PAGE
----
BREEAM is BRE’s Environmental Assessment Method for buildings. Under BREEAM, credits are awarded under a number of environmental categories, one of which is waste, and the buildings rated according to its total score.

Under BREEAM 2014[12] the following waste issues are assessed:

  • Construction waste management (Wst 01 – see below)
  • Use of recycled or secondary aggregates (Wst 02)
  • Operational waste - Provision of dedicated storage facilities for recyclable waste streams within new buildings (Wst 03)
  • Specification and fitting of floor and ceiling finishes selected by the building occupant (Wst 04)
  • Adaptation to climate change - To recognise and encourage measures taken to mitigate the impact of extreme weather conditions arising from climate change over the lifespan of the building (Wst 05)
  • Functional adaptability - To recognise and encourage measures taken to accommodate future changes of use of the building over its lifespan (Wst 06).


BREEAM does not specifically address any issues in connection with demolition waste reduction or management although credit Wst 2 does encourage the use of recycled and secondary aggregates.

The most highly weighted waste issue under BREEAM is Construction waste management (Wst 01) under which credits are awarded according to the benchmarks shown in the table.

Non-hazardous construction waste (excluding demolition and excavation waste) benchmarks
BREEAM creditsAmount of waste generated per 100m2 (gross internal floor area)
Volume (m3) Weight (tonnes)
One credit13.311.1
Two credits7.56.5
Three credits3.43.2
Exemplary level1.61.9

The only minimum construction waste requirement under BREEAM is that one (of 4) Wst 01 credit is required to obtain an ‘Outstanding’ rating.

Where there are existing buildings on the site being developed, it is a requirement under Wst 01 that a pre-demolition audit be undertaken.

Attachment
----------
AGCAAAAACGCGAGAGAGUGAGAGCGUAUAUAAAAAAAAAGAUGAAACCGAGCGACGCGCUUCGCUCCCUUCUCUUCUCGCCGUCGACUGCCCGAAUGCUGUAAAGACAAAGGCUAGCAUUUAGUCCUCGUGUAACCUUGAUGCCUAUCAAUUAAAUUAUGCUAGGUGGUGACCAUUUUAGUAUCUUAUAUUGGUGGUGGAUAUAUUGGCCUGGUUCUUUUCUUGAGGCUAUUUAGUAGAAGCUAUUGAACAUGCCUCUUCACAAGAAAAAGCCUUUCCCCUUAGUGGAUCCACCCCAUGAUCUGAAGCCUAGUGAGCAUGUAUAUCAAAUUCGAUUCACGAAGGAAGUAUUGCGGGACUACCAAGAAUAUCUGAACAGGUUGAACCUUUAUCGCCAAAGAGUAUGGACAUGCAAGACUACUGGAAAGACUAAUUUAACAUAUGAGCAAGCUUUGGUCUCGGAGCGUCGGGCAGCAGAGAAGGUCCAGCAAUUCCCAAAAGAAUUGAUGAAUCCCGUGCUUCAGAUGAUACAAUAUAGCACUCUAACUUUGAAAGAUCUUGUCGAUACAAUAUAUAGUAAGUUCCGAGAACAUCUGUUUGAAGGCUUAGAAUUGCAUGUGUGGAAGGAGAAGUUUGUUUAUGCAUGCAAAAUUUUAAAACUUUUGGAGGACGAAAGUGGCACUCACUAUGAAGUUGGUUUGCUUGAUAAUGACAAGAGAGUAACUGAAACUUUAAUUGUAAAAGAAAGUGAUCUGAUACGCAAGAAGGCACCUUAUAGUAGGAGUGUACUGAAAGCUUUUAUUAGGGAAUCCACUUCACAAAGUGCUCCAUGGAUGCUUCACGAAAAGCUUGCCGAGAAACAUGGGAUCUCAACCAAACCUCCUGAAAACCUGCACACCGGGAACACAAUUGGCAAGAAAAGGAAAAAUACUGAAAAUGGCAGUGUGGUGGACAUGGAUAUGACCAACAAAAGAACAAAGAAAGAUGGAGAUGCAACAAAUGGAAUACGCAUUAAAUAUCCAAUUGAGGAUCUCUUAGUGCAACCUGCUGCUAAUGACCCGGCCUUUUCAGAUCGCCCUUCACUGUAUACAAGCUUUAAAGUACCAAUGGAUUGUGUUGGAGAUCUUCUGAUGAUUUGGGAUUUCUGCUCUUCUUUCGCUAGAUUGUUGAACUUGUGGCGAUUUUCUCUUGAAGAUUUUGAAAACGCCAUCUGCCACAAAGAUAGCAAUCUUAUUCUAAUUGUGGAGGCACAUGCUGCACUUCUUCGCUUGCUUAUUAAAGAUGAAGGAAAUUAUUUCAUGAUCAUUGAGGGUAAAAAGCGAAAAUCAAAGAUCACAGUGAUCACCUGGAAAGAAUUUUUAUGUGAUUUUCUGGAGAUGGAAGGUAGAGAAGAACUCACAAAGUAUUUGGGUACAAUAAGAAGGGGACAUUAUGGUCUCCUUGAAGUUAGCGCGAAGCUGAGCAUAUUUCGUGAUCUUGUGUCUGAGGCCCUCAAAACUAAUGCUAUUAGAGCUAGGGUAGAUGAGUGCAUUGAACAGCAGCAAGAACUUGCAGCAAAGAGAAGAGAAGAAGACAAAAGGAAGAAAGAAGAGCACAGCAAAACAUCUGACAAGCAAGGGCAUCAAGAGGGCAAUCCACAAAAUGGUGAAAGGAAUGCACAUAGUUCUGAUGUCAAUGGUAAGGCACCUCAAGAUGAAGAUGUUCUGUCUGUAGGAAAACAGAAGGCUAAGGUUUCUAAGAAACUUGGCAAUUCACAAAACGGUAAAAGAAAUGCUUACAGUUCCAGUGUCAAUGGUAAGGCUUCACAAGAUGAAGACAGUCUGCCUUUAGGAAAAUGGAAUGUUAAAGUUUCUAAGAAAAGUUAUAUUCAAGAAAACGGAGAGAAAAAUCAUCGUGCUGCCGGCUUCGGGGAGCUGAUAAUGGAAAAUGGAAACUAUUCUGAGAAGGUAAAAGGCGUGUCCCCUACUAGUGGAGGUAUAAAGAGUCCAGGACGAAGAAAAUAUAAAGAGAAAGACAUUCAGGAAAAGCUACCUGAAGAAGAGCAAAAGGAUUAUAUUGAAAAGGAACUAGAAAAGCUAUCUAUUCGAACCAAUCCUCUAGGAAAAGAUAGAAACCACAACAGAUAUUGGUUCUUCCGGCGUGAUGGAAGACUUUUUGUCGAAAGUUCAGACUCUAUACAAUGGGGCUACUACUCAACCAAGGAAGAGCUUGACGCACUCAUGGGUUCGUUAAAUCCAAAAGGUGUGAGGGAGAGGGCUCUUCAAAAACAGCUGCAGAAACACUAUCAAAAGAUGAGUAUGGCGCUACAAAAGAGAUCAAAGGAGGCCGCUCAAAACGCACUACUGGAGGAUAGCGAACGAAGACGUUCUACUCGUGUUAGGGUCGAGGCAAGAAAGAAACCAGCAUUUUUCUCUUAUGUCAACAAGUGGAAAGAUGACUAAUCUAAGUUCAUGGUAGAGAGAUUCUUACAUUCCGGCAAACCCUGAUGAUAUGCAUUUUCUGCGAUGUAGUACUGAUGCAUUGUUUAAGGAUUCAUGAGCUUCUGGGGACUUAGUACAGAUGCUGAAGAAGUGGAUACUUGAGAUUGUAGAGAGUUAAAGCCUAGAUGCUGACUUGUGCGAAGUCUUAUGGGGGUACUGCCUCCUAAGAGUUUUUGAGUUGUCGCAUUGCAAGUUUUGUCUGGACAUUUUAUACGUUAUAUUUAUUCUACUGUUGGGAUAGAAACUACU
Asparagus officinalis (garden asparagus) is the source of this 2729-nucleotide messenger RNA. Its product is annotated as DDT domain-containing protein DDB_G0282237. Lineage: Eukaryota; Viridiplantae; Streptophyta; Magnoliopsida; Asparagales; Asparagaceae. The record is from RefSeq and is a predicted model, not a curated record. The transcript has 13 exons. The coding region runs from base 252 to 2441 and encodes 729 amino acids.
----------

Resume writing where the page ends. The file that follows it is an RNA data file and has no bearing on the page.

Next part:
A further credit is available under Wst 01 where it can be demonstrated that a significant proportion of non-hazardous C&D waste generated by the project, has been diverted from landfill.

Wst 01 requirements for diversion of C&D waste from landfill
BREEAM creditsType of wasteVolume (%)Tonnage (%)
One creditNon demolition7080
Demolition8090
Exemplary levelNon demolition8590
Demolition8595

BREEAM also accounts for construction waste through the assessment of materials using the Green Guide to Specification.

[top] Green Guide to Specification

BREEAM uses the Green Guide to Specification[13] to assess the environmental impacts of construction materials and products. The life cycle assessment methodology used by the Building Research Establishment (Environmental Profiles ) to derive the Green Guide ratings, takes account of waste during the production and construction stages.

[top] Waste and Resources Action Programme (WRAP)

WRAP has worked to set standards for good practice in waste and resource management for the CD&E sector. WRAP has provided free access to tools and know-how so that construction projects could make best use of materials resource.

In 2008, WRAP launched its Halving Waste to Landfill (½W2L) campaign. ½W2L was a voluntary agreement that provided a framework through which industry could support and deliver against the target of halving waste to landfill by 2012.

Initially, around 700 companies from all parts of the construction industry signed up to the campaign which required them to:

  • Set a specific target for reducing waste to landfill
  • Embed the target in corporate policy and processes